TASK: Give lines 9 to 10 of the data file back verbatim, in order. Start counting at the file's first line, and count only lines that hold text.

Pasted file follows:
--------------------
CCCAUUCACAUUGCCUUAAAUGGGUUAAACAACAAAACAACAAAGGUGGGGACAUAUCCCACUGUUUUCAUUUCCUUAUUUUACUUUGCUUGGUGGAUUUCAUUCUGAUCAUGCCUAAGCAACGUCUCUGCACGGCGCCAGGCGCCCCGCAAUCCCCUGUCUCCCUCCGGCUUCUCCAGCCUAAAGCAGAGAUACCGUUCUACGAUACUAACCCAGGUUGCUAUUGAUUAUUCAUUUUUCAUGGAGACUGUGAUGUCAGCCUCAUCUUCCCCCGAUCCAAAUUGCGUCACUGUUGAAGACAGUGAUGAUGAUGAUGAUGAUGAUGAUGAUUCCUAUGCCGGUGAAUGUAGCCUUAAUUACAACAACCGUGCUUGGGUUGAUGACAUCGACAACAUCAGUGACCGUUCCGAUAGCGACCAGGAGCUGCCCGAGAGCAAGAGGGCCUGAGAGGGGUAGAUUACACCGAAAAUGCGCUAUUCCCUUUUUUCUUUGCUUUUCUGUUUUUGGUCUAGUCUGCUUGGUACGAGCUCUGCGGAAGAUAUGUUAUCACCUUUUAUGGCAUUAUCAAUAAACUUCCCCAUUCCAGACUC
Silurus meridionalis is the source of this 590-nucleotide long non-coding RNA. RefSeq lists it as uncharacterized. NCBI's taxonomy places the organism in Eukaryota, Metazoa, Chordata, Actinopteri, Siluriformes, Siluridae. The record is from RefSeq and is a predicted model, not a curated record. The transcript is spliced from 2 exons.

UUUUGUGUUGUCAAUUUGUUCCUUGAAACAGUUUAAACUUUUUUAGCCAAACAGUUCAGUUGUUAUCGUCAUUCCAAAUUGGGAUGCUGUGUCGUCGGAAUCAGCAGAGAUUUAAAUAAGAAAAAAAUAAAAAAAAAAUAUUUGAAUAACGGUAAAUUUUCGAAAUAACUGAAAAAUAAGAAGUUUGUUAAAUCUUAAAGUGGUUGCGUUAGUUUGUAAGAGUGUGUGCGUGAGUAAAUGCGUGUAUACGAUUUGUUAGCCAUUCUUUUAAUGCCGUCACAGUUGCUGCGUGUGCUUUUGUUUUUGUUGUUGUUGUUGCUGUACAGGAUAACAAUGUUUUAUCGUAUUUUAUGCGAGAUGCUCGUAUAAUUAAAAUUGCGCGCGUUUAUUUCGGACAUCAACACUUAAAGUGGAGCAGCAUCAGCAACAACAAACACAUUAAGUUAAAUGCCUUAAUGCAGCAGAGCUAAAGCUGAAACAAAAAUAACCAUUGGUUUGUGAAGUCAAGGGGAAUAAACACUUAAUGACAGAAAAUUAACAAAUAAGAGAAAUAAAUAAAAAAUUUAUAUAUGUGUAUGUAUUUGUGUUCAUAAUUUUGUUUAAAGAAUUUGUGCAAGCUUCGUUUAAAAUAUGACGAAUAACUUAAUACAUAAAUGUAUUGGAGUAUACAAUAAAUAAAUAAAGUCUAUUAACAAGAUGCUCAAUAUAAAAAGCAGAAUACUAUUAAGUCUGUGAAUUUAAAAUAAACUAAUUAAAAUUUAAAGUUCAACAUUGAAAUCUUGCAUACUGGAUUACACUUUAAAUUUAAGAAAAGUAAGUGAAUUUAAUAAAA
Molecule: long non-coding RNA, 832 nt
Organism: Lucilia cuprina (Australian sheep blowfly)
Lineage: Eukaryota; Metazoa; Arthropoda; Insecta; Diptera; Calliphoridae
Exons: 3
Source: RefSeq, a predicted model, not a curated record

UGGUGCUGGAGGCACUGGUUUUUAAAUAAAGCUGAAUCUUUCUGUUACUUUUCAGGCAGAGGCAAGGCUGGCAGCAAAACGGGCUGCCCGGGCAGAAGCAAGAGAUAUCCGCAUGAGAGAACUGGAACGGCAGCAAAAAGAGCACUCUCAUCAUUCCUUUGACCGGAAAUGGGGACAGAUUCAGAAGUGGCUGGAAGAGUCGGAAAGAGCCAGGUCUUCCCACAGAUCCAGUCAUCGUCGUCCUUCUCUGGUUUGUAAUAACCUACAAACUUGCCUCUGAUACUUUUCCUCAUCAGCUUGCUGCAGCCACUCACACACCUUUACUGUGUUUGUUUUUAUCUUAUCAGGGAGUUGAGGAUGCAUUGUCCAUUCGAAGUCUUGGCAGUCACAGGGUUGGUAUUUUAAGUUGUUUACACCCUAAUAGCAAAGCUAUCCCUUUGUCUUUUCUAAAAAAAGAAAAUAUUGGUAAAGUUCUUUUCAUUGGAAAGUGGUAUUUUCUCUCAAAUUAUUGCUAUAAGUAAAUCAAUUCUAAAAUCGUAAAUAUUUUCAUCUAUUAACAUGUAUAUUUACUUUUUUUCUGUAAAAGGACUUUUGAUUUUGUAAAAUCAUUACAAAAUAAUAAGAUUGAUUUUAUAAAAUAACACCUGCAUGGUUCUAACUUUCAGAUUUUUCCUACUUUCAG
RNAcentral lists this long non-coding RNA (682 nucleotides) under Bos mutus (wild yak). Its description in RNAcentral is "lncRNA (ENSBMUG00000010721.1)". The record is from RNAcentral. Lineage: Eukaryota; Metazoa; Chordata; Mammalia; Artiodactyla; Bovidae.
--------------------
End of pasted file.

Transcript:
UGGUGCUGGAGGCACUGGUUUUUAAAUAAAGCUGAAUCUUUCUGUUACUUUUCAGGCAGAGGCAAGGCUGGCAGCAAAACGGGCUGCCCGGGCAGAAGCAAGAGAUAUCCGCAUGAGAGAACUGGAACGGCAGCAAAAAGAGCACUCUCAUCAUUCCUUUGACCGGAAAUGGGGACAGAUUCAGAAGUGGCUGGAAGAGUCGGAAAGAGCCAGGUCUUCCCACAGAUCCAGUCAUCGUCGUCCUUCUCUGGUUUGUAAUAACCUACAAACUUGCCUCUGAUACUUUUCCUCAUCAGCUUGCUGCAGCCACUCACACACCUUUACUGUGUUUGUUUUUAUCUUAUCAGGGAGUUGAGGAUGCAUUGUCCAUUCGAAGUCUUGGCAGUCACAGGGUUGGUAUUUUAAGUUGUUUACACCCUAAUAGCAAAGCUAUCCCUUUGUCUUUUCUAAAAAAAGAAAAUAUUGGUAAAGUUCUUUUCAUUGGAAAGUGGUAUUUUCUCUCAAAUUAUUGCUAUAAGUAAAUCAAUUCUAAAAUCGUAAAUAUUUUCAUCUAUUAACAUGUAUAUUUACUUUUUUUCUGUAAAAGGACUUUUGAUUUUGUAAAAUCAUUACAAAAUAAUAAGAUUGAUUUUAUAAAAUAACACCUGCAUGGUUCUAACUUUCAGAUUUUUCCUACUUUCAG
RNAcentral lists this long non-coding RNA (682 nucleotides) under Bos mutus (wild yak). Its description in RNAcentral is "lncRNA (ENSBMUG00000010721.1)". The record is from RNAcentral. Lineage: Eukaryota; Metazoa; Chordata; Mammalia; Artiodactyla; Bovidae.